The Study, which began in 1995, assesses the physical and mental health of over 58,000 women around Australia.
ALSWH has contributed significantly to the evidence in women’s health and provides valuable information on health across the lifespan to inform policies and programs.
The Study follows four cohorts of women representing four generations, across key stages of their lives. The cohorts include:
- Three original cohorts of women born in the years 1921-26, 1946-51 and 1973-78; and
- A New Young Cohort of women born in the years 1989-94.
Each cohort of women is surveyed regularly. The 1973-78 and 1946-51 cohorts receive surveys every three years. At commencement in 1996, the 1921-26 cohort received surveys at three yearly intervals. Since completing their sixth survey in 2011 these women, who are now in their late 80s and early 90s, have received surveys at six-monthly intervals. Women in the New Young Cohort, born 1989-94, are surveyed annually and completed their first survey in 2012-13.
Data collected through these regular surveys is augmented by linkage with other data sets such as the Medicare Benefits Schedule and the Pharmaceutical Benefits Scheme.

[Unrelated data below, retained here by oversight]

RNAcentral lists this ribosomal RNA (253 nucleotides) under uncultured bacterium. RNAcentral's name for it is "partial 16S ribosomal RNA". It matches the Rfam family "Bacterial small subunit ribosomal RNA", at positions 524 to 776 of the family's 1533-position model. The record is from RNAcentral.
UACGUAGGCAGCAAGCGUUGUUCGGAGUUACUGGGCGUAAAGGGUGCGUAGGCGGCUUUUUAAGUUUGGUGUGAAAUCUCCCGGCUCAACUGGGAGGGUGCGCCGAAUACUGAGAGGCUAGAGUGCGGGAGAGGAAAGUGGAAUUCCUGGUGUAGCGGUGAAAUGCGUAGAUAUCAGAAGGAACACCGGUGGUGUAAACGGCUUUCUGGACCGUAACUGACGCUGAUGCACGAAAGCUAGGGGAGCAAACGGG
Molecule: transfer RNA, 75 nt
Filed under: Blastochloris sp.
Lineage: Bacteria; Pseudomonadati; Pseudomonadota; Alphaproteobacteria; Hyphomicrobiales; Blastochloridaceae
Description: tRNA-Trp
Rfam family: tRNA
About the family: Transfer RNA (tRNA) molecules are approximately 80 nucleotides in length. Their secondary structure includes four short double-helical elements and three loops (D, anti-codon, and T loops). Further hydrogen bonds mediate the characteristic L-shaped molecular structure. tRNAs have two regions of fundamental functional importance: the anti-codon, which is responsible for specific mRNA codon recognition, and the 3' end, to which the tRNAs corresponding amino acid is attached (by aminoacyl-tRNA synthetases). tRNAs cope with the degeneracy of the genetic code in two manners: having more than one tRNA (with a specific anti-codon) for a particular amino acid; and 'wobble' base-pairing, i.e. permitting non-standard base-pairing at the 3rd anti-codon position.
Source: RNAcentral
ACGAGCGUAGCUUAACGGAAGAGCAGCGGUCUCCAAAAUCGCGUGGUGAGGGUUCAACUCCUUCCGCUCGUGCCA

Aims and objectives of the ALSWHThe ALSWH provides a data resource that can be drawn on by Australian governments, researchers, service providers and communities. The Study is designed to enhance understanding of the many factors that enhance or inhibit good health in women.
The objectives of the ALSWH are:
- To collect scientifically valid information about the current health and health service use of women which will provide an evidence base for the development and evaluation of health policy and practice relevant to Australian women;
- To gather information about social experiences and environmental influences on women, including information about families of origin, traumatic or stressful events, and social inclusion;
- To examine patterns of contraceptive use, experiences of pregnancy and childbirth, and other reproductive health issues; and
- To examine women’s access to sources of information about, and use of health services and preventive health activities.
- The impact of changes in work, nutrition, physical activity and social circumstances on health outcomes such as obesity, chronic conditions, musculo-skeletal disorders and mental health;
- The relationship between women’s health and nutrition and physical activity patterns over changing life-stages and circumstances, including workforce effects; and
- The relationship between women’s health and various forms of work including paid work, unpaid work, volunteering, caring for older people and caring for children.
- Physical and emotional health (including well-being, major diagnoses, symptoms);
- Use of health services (GP, specialist and other visits, access, satisfaction);
- Health behaviours and risk factors (diet, exercise, smoking alcohol, other drugs);
- Time use (including paid and unpaid work, family roles and leisure);
- Socio-demographic factors (location, education, employment, family composition); and
- Life stages and key events (such as childbirth, divorce, widowhood).